Agile Scrum Ceremonies & Meetings
The Scrum framework is an Agile approach to product development with a focus on people and self-organization. It has specific concepts and practices to help teams deal with complex problems, ensuring the delivery of products with the highest possible value. Scrum specifies the roles of the Scrum team members, as well as the artifacts or tangible outputs during an iterative Scrum cycle or sprint. It also prescribes Scrum events or ceremonies to create regularity and structure.
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Table of contents
- What Are Agile Scrum Ceremonies?
- Sprint Planning
- Daily Stand-Up Meeting
- Sprint Review
- Sprint Retrospective
- Product Backlog
- Other Agile Ceremonies
What Are Agile Scrum Ceremonies?
Like other Agile approaches, Scrum values collaboration and regular feedback to achieve its primary goal of satisfying customers. Agile principles promote interaction between the product team and stakeholders, regular communication, and continuous improvement. Agile Scrum ceremonies are time-boxed meetings that occur during a sprint to achieve a particular purpose for that event. Each scrum event thus helps achieve the overall goal of product development.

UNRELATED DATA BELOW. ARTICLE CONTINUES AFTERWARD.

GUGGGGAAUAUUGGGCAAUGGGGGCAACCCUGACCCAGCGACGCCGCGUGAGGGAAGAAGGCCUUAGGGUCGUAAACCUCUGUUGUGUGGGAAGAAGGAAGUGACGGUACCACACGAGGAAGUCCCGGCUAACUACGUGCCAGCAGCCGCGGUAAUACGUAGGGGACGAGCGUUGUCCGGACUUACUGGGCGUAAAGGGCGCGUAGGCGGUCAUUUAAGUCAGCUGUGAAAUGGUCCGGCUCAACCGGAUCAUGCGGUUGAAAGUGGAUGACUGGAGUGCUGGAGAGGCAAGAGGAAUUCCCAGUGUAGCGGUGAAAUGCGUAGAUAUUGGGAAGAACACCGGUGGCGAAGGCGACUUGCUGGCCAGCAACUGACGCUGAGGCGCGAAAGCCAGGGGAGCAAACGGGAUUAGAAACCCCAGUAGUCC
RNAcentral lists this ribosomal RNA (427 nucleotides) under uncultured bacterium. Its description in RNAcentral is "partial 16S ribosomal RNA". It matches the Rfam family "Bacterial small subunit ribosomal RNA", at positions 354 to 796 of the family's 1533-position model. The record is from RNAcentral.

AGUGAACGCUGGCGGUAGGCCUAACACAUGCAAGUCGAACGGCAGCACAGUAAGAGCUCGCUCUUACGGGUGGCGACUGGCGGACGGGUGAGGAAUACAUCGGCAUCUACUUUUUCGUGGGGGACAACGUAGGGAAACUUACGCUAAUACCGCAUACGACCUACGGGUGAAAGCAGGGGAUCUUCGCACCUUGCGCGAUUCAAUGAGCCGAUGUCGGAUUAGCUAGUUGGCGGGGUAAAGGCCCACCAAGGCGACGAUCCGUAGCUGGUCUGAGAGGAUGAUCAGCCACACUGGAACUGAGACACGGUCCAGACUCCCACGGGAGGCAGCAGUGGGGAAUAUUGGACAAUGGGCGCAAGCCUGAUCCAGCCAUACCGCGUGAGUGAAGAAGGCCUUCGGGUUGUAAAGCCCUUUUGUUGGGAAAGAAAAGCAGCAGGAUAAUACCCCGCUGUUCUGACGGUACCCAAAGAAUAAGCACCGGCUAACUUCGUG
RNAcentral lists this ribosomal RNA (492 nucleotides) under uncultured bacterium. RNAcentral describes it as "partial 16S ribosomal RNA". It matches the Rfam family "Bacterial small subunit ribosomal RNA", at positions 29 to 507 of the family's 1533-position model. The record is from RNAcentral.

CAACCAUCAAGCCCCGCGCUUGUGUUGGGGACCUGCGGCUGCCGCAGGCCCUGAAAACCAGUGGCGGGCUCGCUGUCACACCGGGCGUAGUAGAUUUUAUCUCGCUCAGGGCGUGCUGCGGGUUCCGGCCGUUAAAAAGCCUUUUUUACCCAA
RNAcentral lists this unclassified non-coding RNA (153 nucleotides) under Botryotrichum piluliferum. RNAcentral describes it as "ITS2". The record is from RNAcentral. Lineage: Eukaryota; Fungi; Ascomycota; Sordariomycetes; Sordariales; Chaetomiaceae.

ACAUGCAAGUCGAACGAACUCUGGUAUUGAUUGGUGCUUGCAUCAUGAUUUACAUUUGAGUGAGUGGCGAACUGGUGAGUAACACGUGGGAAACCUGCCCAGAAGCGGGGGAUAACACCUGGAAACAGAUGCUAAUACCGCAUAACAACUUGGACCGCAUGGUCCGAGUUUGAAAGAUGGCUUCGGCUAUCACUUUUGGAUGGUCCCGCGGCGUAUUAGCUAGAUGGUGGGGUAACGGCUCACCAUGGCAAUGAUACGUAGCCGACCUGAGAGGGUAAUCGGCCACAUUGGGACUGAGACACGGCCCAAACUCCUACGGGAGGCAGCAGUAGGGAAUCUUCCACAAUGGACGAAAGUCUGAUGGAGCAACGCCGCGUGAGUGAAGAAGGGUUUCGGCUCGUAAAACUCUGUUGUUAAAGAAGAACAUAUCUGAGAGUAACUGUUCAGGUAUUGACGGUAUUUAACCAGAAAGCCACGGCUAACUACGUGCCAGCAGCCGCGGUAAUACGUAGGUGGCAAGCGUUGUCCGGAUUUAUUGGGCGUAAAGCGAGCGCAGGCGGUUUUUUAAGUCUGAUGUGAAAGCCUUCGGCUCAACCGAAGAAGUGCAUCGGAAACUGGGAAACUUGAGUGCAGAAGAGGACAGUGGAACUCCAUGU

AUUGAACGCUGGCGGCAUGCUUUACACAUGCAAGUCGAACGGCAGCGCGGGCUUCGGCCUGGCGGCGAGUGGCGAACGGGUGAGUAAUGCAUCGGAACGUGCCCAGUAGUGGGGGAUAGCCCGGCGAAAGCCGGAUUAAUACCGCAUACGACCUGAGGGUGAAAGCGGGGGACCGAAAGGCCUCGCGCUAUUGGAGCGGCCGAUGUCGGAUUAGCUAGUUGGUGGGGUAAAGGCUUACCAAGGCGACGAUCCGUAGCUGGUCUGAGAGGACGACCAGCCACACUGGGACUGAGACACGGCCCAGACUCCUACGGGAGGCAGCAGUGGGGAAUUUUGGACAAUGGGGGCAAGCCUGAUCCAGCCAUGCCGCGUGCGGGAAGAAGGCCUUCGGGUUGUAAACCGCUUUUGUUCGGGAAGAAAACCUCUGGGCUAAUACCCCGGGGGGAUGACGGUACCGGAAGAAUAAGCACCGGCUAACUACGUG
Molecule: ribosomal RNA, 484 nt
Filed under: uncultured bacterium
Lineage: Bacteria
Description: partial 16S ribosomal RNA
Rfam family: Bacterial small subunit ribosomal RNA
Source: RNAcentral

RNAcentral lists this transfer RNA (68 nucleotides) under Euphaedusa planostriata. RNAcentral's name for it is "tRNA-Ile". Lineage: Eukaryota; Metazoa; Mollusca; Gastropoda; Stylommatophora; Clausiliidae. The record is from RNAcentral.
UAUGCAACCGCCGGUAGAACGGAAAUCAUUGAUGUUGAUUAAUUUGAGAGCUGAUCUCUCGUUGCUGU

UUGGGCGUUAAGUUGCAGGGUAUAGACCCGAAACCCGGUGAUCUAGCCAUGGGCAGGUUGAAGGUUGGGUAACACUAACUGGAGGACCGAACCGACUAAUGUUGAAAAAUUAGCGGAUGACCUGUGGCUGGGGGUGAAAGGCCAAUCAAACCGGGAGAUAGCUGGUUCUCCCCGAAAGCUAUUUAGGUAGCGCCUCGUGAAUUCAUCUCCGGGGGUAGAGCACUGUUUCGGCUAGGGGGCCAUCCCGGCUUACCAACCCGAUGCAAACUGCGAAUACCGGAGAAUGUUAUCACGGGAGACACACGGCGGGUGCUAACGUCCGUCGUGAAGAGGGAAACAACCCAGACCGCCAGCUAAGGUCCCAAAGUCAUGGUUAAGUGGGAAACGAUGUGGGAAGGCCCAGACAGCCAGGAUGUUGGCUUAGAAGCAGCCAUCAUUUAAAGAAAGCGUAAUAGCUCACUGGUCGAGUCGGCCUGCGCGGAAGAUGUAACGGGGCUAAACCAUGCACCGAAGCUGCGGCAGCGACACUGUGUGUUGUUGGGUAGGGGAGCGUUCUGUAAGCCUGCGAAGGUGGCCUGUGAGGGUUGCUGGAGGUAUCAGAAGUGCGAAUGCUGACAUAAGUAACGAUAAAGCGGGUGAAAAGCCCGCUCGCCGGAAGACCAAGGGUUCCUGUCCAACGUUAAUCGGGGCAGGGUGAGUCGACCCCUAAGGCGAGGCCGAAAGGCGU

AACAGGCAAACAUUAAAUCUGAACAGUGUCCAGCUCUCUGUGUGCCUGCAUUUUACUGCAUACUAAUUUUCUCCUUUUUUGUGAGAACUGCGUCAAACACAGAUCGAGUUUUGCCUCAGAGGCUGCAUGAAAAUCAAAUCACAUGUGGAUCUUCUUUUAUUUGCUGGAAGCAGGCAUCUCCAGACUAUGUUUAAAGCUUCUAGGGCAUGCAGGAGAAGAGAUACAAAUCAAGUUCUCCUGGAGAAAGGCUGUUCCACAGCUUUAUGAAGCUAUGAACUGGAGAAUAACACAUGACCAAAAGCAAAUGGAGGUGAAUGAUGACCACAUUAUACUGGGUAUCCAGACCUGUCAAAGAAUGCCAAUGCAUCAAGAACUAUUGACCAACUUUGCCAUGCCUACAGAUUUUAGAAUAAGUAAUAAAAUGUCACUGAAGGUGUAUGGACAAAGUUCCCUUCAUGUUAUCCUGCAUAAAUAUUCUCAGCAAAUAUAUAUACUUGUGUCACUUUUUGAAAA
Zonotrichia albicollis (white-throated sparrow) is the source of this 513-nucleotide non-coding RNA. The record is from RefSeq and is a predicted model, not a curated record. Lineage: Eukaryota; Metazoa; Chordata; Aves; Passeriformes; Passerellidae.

The following Agile ceremonies list identifies the four repeating meetings that happen in sequence before, within, and after a sprint cycle:
- Sprint Planning
- Daily Stand-up Meeting
- Sprint Review
- Sprint Retrospective
A sprint is a fixed-length period in Scrum that provides the opportunity to create valuable products. Sprints occur one after another; a new sprint starts after the conclusion of the previous one. Sprint Planning is a Scrum ceremony that initiates a new sprint. At the beginning of a new sprint, the Product Owner, the Scrum Master, and the development team meet for the equivalent of up to two hours per week of sprint. So, if the sprint will take two weeks, then the Scrum team can spend up to four hours on Sprint Planning.